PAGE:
At recruitment (0 months) ccf-mtDNA levels were not significantly different between PPMI-PD cases and controls, however after 36 months ccf-mtDNA levels appeared significantly reduced in PPMI-PD cases, although with a modest effect size (Fig. 1a). Limiting to samples with both 0 and 36 month measurements confirms that this reduction is limited to PD cases (Fig. 1b; individual changes in ccf-mtDNA copy number between 0 and 36 months are presented in Additional File 1: Fig. 1); in line with our previous report [19]. Within PPMI-PD subjects, we found no significant correlations between disease severity ratings or motor-related phenotypes and ccf-mtDNA levels at 0 or 36 months (Additional File 1: Table 2). Elevated ccf-mtDNA was associated with cognitive impairment (defined by MoCA < 26 and psychometric testing defined by the PPMI) at 0 months (Fig. 1c); however, this trend was reversed at 36 months. Previous studies have used the Unified Parkinson’s Disease Rating Scale (UPDRS) to measure the response of motor and non-motor symptoms to treatment [34]. However, comparing change in 36 month ccf-mtDNA levels to changes in UPDRS parts I-III and UPDRS-total score (calculated as 36 months minus the month at which PD treatment began) failed to identify a significant association (data not shown). Although, as PPMI-PD UPDRS scores have been shown to significantly increase over time [35], this may be a reflection of the reduced sample number with a viable CSF ccf-mtDNA measurement (i.e. 48% of the samples used in [35]) and variability in treatment durations (average treatment duration prior to 36 month sampling in 158 treated PD cases was 26.8 ± 5.9 months); suggesting that further, longitudinal, studies are required.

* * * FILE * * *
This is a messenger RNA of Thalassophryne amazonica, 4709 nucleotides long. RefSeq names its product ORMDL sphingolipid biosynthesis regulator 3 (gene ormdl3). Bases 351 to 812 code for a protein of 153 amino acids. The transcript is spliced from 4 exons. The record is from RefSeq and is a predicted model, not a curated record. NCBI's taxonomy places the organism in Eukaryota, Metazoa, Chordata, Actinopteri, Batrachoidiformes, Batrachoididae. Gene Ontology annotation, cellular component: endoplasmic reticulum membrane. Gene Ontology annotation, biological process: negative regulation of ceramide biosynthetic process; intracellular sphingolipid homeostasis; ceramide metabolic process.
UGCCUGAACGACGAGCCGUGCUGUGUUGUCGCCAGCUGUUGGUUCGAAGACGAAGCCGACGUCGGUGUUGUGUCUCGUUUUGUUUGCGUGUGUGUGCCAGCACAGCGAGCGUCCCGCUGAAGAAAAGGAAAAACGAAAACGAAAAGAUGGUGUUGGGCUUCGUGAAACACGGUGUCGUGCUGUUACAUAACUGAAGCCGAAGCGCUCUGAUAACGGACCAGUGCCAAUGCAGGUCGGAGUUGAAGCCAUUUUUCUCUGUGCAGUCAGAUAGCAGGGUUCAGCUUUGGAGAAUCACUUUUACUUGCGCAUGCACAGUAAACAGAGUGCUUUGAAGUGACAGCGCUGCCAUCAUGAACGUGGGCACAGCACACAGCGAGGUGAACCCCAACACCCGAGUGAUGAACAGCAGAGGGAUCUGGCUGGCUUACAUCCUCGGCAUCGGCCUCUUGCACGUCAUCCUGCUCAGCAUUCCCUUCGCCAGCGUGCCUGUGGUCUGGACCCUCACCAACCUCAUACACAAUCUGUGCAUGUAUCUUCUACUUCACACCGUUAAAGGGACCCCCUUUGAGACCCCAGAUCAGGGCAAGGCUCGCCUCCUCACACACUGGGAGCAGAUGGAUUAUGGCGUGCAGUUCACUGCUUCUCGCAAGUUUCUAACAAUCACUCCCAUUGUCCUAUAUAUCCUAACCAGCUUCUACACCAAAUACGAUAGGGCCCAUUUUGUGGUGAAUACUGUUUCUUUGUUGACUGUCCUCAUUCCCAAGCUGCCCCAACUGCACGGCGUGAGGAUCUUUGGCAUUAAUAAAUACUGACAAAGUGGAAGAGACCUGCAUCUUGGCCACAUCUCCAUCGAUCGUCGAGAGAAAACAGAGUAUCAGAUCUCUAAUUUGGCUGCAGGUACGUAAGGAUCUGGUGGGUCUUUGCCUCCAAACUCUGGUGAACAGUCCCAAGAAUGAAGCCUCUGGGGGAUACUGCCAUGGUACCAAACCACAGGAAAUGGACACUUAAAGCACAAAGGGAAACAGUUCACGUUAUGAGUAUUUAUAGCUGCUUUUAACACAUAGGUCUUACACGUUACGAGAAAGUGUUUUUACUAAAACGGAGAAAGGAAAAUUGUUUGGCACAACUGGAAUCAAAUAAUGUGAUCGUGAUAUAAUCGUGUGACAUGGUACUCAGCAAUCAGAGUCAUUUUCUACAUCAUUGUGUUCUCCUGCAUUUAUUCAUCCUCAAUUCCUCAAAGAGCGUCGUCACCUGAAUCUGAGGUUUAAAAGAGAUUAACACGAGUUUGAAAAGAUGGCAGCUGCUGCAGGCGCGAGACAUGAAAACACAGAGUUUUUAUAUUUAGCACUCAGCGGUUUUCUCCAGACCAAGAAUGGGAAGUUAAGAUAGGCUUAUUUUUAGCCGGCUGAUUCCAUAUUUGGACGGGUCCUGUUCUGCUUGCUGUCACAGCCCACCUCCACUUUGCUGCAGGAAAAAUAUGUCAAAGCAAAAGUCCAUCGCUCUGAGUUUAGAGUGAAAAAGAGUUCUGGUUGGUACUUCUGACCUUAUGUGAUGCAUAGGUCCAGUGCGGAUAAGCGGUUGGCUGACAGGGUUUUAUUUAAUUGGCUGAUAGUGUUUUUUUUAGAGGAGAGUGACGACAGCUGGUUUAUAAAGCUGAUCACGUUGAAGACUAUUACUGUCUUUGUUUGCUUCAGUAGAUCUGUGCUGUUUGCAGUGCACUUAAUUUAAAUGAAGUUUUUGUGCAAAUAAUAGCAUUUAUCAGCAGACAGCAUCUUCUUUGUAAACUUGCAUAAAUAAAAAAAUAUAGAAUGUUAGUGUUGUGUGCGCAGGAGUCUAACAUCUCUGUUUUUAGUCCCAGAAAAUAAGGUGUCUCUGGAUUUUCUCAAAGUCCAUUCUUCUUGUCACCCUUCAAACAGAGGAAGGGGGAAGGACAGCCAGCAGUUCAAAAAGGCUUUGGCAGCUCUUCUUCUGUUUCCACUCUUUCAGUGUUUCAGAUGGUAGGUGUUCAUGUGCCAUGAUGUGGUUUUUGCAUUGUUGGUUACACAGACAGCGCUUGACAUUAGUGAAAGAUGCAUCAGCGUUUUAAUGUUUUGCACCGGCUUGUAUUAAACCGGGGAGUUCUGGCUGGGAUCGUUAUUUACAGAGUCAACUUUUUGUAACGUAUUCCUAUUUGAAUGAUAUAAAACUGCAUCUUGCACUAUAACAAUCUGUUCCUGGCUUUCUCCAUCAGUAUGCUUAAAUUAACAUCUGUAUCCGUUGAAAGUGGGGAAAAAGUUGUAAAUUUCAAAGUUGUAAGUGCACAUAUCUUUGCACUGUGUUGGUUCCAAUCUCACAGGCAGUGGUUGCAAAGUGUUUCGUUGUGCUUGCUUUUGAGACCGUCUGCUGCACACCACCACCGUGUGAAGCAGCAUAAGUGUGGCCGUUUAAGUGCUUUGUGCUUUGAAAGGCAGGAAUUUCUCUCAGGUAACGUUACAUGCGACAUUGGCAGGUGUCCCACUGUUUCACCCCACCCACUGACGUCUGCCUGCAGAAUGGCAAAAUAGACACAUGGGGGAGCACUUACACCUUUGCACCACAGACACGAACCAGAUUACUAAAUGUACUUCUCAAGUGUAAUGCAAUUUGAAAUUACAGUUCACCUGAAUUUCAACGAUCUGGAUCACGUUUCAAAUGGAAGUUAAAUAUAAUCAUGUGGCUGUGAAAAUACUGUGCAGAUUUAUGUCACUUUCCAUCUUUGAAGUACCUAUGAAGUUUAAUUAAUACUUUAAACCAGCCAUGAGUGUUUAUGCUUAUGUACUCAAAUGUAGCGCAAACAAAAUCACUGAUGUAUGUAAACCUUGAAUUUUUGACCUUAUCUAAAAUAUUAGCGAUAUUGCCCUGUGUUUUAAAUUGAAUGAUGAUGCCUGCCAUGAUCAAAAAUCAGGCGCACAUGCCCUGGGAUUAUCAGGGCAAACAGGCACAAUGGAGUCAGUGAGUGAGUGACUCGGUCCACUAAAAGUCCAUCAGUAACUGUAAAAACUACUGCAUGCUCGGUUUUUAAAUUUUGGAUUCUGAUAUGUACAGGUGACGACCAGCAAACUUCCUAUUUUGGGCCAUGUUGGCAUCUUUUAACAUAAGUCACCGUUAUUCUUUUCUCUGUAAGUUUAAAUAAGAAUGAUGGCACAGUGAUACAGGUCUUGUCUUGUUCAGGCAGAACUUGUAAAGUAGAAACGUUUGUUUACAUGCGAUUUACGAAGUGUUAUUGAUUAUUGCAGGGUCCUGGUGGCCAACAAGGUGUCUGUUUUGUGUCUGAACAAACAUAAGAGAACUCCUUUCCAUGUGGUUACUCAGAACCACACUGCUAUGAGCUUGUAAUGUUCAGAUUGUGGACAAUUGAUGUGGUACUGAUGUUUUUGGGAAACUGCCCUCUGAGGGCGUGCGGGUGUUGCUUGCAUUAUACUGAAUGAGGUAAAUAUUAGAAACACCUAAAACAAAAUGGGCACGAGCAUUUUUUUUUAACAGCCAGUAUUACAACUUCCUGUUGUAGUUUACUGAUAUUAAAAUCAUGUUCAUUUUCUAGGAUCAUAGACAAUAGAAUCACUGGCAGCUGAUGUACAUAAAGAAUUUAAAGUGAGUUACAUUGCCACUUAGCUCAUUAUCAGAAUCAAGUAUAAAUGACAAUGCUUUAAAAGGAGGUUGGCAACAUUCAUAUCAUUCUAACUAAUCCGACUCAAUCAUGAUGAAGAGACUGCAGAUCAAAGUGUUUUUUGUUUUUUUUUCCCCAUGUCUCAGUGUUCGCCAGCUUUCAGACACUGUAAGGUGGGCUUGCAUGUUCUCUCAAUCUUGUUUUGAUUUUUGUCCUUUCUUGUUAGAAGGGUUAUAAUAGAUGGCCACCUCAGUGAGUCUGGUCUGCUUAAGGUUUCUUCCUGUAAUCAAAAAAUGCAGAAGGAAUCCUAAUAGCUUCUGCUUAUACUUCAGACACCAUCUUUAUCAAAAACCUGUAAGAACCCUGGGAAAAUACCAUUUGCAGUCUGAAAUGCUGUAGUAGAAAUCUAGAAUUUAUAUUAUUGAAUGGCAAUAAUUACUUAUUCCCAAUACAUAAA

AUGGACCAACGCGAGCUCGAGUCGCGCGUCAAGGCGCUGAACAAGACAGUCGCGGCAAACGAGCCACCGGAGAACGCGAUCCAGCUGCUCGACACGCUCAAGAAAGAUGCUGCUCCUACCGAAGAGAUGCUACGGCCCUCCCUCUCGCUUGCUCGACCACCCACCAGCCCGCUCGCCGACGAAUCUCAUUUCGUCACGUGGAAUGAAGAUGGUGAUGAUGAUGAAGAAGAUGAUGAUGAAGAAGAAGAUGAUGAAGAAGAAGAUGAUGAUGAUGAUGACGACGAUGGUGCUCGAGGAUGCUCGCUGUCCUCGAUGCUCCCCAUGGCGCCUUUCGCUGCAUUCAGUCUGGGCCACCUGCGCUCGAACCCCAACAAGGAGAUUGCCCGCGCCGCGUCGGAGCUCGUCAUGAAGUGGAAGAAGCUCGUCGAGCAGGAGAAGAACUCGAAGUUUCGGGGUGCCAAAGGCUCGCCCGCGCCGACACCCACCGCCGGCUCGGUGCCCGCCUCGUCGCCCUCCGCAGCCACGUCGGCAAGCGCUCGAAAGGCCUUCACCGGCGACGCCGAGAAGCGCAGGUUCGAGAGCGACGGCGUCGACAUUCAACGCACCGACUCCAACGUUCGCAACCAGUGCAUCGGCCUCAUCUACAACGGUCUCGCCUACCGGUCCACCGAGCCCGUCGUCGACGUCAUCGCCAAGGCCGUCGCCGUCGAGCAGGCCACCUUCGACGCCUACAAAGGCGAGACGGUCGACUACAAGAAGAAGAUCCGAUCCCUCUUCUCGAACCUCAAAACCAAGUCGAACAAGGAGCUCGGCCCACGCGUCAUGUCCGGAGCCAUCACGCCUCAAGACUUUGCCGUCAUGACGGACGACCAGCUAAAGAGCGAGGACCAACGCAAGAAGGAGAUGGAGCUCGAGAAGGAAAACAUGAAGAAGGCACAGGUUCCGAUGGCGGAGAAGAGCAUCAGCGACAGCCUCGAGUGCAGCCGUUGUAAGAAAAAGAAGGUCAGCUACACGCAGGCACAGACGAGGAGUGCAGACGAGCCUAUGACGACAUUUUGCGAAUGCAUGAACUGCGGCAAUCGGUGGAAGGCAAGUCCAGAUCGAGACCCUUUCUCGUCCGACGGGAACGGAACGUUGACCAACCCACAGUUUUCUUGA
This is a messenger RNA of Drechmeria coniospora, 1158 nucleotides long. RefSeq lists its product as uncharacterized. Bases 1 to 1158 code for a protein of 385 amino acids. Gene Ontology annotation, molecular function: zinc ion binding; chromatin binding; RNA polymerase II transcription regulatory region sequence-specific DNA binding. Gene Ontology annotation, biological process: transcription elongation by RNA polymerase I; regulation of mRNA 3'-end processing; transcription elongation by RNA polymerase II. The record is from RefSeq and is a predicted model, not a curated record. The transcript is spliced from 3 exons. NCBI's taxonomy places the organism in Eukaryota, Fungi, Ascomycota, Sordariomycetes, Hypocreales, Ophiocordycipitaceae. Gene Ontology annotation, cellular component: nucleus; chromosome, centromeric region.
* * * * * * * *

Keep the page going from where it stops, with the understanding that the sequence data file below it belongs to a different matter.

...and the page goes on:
Fig. 1
figure1